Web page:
Date of this Version
J Emot Behav Disord. 2015 June 1; 23(2): 90–100.
Objective—To examine the link between therapeutic alliance and youth outcomes.
Method—The study was conducted at a group-home with 112 youth with a disruptive-behavior diagnosis. Therapeutic alliance was collected routinely via youth and staff report. Outcome data were collected using youth and staff reports of externalizing behavior as well as behavioral incidents occurring during care. Outcome data were collected following intake into services and at 6 and 12 months of care. Data were analyzed to examine (1) if youth behavior problems at intake were predictive of therapeutic alliance and (2) if changes in alliance were predictive of subsequent youth outcomes. These were conducted with a 6-month service-delivery model and replicated with a 12-month model.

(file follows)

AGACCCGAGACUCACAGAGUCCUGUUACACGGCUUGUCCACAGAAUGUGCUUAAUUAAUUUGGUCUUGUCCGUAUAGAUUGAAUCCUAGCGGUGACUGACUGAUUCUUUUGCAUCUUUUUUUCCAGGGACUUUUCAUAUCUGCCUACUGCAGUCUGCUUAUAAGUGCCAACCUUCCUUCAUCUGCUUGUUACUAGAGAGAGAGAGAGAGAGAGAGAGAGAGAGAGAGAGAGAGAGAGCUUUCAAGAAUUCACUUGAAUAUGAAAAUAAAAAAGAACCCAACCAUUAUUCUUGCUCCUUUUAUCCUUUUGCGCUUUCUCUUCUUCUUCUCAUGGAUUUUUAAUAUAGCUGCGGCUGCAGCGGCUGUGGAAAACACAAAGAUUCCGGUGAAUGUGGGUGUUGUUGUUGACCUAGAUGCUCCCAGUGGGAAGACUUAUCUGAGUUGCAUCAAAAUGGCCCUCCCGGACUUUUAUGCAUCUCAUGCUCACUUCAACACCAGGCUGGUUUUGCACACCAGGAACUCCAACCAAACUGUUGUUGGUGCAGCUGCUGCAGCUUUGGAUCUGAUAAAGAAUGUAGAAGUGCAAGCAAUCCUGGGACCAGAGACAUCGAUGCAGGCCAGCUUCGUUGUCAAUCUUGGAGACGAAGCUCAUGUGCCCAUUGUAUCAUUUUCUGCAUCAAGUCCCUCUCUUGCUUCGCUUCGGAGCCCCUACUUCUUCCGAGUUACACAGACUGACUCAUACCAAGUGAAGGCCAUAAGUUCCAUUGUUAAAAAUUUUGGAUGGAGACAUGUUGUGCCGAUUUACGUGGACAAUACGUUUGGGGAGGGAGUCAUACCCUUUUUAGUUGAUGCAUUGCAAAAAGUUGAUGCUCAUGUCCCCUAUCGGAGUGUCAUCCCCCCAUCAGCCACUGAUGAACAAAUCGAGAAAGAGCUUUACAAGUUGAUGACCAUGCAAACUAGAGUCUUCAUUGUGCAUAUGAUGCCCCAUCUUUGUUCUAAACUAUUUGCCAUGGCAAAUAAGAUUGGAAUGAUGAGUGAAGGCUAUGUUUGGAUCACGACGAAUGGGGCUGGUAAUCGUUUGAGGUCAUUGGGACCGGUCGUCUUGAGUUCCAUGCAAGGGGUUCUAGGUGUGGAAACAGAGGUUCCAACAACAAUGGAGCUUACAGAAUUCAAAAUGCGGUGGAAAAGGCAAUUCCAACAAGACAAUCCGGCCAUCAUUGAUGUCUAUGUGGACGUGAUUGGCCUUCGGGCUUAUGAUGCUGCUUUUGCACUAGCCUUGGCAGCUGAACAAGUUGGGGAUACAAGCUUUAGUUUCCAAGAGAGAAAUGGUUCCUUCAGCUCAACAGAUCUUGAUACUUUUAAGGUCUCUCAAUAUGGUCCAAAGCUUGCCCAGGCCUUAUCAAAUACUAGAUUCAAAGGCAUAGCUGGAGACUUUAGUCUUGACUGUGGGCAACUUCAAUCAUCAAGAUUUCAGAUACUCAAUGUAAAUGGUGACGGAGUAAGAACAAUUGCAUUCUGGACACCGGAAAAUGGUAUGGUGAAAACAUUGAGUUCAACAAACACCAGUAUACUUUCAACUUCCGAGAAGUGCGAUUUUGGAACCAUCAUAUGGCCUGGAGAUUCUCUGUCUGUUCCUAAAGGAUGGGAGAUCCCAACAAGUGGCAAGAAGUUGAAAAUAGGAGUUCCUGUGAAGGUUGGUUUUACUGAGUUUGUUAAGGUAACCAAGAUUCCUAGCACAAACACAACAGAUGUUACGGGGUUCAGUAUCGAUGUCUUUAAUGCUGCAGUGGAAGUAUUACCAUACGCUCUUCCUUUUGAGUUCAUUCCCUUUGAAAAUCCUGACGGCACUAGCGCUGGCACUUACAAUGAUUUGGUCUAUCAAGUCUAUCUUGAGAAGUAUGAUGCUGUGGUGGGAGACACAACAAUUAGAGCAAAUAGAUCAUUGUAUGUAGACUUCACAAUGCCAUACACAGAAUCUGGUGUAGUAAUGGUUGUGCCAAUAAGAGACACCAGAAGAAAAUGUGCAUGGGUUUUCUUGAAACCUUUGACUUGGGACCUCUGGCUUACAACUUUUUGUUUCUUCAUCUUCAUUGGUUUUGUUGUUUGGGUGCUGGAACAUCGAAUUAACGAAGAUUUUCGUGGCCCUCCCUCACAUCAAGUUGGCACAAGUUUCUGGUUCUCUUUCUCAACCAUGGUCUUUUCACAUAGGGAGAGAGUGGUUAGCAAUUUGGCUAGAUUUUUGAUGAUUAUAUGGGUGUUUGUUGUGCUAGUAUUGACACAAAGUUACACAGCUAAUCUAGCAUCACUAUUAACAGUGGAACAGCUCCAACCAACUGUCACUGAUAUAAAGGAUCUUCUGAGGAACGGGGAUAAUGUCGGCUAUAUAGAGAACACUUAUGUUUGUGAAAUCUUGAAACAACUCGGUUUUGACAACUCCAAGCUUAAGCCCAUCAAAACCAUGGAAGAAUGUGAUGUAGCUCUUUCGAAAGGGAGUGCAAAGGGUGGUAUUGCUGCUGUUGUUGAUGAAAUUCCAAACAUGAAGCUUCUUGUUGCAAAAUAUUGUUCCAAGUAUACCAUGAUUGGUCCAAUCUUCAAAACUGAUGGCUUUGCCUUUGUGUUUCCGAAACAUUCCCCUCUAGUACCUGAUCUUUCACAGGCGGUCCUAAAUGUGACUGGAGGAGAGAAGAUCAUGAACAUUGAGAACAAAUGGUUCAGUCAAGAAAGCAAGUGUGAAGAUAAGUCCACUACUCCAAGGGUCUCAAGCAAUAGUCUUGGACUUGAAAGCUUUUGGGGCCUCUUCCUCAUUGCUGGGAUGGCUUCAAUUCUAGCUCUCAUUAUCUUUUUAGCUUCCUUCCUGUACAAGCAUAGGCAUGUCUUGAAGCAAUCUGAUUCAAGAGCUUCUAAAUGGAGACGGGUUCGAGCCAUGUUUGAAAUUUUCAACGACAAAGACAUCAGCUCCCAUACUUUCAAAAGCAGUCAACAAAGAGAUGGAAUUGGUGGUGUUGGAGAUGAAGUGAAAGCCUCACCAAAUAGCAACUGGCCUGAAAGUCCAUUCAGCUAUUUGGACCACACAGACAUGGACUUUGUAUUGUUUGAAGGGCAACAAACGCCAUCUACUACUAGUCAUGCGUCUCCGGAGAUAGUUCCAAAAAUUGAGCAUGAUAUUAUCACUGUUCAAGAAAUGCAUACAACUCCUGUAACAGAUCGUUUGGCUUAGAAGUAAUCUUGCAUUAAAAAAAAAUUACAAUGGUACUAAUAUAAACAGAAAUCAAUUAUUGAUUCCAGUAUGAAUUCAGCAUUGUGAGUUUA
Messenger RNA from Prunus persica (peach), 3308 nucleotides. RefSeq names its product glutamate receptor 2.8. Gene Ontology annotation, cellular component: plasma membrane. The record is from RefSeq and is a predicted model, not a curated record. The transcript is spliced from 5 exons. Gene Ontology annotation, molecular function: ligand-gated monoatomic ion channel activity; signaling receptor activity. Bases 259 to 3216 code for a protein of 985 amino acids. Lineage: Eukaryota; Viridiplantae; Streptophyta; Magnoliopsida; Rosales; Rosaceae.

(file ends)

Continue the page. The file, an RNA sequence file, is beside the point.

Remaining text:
Results—There was some support for the first hypothesis, that initial levels of youth externalizing behavior would be related to alliance ratings; however, most of the effects were marginally significant. The second hypothesis, that changes in therapeutic alliance would be related to subsequent youth outcomes, was supported for the 6-month model, but not the 12-month model.
Conclusions—Changes in therapeutic alliance may be predictive of youth outcomes during care. Additional research into examining therapeutic alliance trajectories is warranted to improve mental health services for youth.